Reverse Psychology: Collaboration

Reverse psychology is one of the oldest and lamest tricks in the book. It’s where you tell somebody they are scared of something with the expectation that they will try and prove you wrong by doing it. Several times this week, when talking about collaboration, it’s been implied that teachers are scared of it. ‘It’s new, so teachers don’t like it’, and ‘teachers think it’s safer to rely on themselves’ have both been thrown out there.

I think collaboration is great. Teachers can often learn strategies and techniques from each other. Then, in the upper grades, students usually have multiple teachers and there we can learn from each other what is and what isn’t working with a particular student. These are strategies (and I am not sure the powers-that-be know it) that teachers have been employing for as long as there has been education; I am sure Plato ran some ideas past Socrates in his time.

For some reason, however, collaboration has recently become all the rage; it’s as if the powers-that-be in their far-off ivory towers discovered fire or peanut butter or something equally amazing - and this is part of the problem. Education will always needs tweaking and smoothing; unfortunately, the district has decided to hit education with a sledge hammer and then hit it again and again and they call the sledge hammer “Collaboration”.

In their effort to make sure I get enough time with my fellow teachers, I have been required to join a small learning community (SLC), a professional learning community (PLC), and a teaching team. Also, as an ESE teacher, I still have to meet with the ESE staff. That’s right, I am now part of four groups that will have four sets of meetings. It may be a while, but at some point down the road I am sure I will have to go to a meeting about meetings. Some teachers have it even worse, as they are in even more learning communities and in between all this collaboration we are supposed to do our planning and actually teach our classes - you know, the things that teachers are supposed to do.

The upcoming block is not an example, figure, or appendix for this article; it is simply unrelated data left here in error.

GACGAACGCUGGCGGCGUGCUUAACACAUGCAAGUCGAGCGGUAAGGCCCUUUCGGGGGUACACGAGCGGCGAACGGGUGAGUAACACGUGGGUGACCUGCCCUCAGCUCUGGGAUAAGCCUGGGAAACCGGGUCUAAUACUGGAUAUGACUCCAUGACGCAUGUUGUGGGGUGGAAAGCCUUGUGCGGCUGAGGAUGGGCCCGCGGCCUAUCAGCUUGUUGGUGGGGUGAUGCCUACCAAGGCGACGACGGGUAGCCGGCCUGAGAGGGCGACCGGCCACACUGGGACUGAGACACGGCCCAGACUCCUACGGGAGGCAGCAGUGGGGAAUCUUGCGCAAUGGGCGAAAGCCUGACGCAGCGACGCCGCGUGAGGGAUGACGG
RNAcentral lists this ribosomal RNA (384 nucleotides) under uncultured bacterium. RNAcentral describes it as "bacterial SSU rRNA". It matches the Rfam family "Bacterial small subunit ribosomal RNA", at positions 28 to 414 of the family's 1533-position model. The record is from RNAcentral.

They got it wrong; teachers aren’t afraid of collaboration, they just want to be able to get home while it's still light outside and they don't want to have to take a break from writing lesson plans or grading papers to be able to tuck their own children into bed.

I am going to try a little reverse psychology of my own: “Hey, powers-that-be; keep overwhelming teachers and putting them in positions where success is hard to achieve”. Yeah, that will lead to success. (I wonder if that will work)?

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